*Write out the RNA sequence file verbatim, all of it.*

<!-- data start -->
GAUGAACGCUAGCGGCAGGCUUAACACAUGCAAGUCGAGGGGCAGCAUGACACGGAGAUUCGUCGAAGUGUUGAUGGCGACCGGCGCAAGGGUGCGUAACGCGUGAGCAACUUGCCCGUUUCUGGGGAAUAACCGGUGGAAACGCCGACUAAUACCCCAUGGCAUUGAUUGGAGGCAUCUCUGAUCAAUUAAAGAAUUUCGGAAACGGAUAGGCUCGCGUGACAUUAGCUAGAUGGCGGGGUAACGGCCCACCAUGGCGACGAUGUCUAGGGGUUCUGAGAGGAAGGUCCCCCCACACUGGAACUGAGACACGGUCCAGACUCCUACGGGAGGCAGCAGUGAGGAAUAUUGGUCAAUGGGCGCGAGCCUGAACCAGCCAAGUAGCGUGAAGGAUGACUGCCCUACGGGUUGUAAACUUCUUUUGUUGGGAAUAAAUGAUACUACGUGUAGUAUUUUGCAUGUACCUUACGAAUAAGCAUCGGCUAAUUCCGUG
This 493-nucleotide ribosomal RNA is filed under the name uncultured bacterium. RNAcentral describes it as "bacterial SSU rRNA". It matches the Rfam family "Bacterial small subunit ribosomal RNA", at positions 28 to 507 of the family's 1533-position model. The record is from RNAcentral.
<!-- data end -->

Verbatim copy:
GAUGAACGCUAGCGGCAGGCUUAACACAUGCAAGUCGAGGGGCAGCAUGACACGGAGAUUCGUCGAAGUGUUGAUGGCGACCGGCGCAAGGGUGCGUAACGCGUGAGCAACUUGCCCGUUUCUGGGGAAUAACCGGUGGAAACGCCGACUAAUACCCCAUGGCAUUGAUUGGAGGCAUCUCUGAUCAAUUAAAGAAUUUCGGAAACGGAUAGGCUCGCGUGACAUUAGCUAGAUGGCGGGGUAACGGCCCACCAUGGCGACGAUGUCUAGGGGUUCUGAGAGGAAGGUCCCCCCACACUGGAACUGAGACACGGUCCAGACUCCUACGGGAGGCAGCAGUGAGGAAUAUUGGUCAAUGGGCGCGAGCCUGAACCAGCCAAGUAGCGUGAAGGAUGACUGCCCUACGGGUUGUAAACUUCUUUUGUUGGGAAUAAAUGAUACUACGUGUAGUAUUUUGCAUGUACCUUACGAAUAAGCAUCGGCUAAUUCCGUG
This 493-nucleotide ribosomal RNA is filed under the name uncultured bacterium. RNAcentral describes it as "bacterial SSU rRNA". It matches the Rfam family "Bacterial small subunit ribosomal RNA", at positions 28 to 507 of the family's 1533-position model. The record is from RNAcentral.